Originally posted by aegis fang
Originally posted by ProudAmerican
What player holds the record for most at-bats in a single season? With what team? How many? What year?
Bonus- What side of the plate did the player hit from?
Willie Wilson with KC, he had 705 at bats in 1980, and he was a switch hitter.
Pardon my discursion, but this stat shows what a largely wasted career Wilson had, and why. Wilson was a man whose job was to get on base any way
. Yet, although he played in 19 major league seasons, and was a pretty much full-time player for 16 of those seasons, he never once drew
even 40 walks. For a leadoff hitter with no home run power, that statistic is pathetic.
Wilson had a .285 lifetime batting average, but a measly .376 lifetime slugging average (despite all his triples in KC), and an unforgivable on-base
percentage of .326.
Just think of what it cost his team. I have never seen a list of the all-time leaders in stolen base percentage, given a minimum career total of,
say, 200 stolen bases. But Wilson could fly and succeeded in a staggering 83% (!!!) of his stolen base attempts, which puts him ahead of everyone I
know of, except Tim Raines. And with guys like Brett and McRae in his lineup, those steals turned into a lot of runs, enabling Wilson to score 1,169
runs in his career, despite his pitiful on-base percentage.
So think about this:
If Wilson had NOT been busy racking up negative stats like 705 AB's in a season, and if he'd instead accepted his hitting limitations and taken every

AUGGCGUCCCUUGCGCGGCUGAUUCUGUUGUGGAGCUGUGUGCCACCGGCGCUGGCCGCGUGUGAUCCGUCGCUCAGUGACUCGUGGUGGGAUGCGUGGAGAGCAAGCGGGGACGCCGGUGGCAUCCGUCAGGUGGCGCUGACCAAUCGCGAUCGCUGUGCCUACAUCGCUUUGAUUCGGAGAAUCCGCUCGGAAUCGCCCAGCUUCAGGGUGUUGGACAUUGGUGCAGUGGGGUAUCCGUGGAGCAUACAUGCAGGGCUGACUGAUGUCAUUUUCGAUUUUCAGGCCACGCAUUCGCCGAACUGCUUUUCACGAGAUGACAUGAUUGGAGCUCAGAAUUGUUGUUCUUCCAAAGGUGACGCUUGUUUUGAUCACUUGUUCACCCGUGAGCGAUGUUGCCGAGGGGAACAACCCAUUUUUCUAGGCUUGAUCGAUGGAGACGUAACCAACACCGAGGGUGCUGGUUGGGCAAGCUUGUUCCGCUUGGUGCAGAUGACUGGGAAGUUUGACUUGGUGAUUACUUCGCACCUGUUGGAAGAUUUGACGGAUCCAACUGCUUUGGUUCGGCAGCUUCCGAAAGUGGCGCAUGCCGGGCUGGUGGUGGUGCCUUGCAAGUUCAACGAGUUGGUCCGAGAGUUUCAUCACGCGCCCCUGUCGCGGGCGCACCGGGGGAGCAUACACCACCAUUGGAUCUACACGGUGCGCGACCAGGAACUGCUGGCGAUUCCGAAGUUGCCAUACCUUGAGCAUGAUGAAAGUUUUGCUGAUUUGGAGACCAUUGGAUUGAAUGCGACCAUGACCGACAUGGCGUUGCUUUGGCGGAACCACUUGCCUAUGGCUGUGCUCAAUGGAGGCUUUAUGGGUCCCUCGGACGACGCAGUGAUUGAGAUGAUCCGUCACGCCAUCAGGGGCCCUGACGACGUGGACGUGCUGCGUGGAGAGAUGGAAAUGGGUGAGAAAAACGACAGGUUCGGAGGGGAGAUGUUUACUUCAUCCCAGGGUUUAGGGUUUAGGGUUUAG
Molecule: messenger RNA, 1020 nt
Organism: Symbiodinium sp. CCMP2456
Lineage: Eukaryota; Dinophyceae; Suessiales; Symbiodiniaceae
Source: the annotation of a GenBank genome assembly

walk he could get, how many more runs would his team have gotten? LOTS. And how many more divisions, pennants and World Series might they have won?
Who knows, but they'd surely have done better in the post-season.
There's really no excuse for Wilson's obstinacy, nor for the way Herzog, Howser et al. let him go on hacking at anything near the plate. As Bill
James once said in evaluating Ernie Lombardi's notorious lead feet and their many liabilities to his team, the cost to [Wilson's] team was enormous.
And for a leadoff hitter without home run power, it was all so inexcusable.
I'd like to hear a real good sabermetrician estimate how many times on base--and, much more important, how many runs created--Wilson cost his team
with his lack of walks.
You are supposed to walk something like 10 or 11% of the time, simply by letting the opposition do so when they're missing the strike zone. Wilson
walked 5.11% of the time in his career. And remember, this is a guy who should have been actively working for walks, like Rickey.
God knows what kind of nightmares A.L. pitchers would have had, if Wilson had learned to walk even 70% as well as Rickey did. I've no reason to
believe he coudn't have done so, and every reason to believe he could have done so.
But no manager ever took the time to tell him how much his love affair with hacking was costing the team, and he continue to do it. No manager ever
sat him down for a day or two for hacking at pitches well out of the strike zone--a huge problem with today's players. Hell, no Little League coach
told him what mine told me: "Don't swing at pitches unless they are strikes, dammit!!!"
I think this flaw will keep Wilson out of the Hall, and in my opinion, it should. No aspersion on his integrity, what he did or didn't put in his
body, or anything else. I just don't think the guy's stats are worthy of the Hall. But by taking another 600-800 walks, and scoring all the runs he
would have scored, he sure could have had Hall-worthy stats.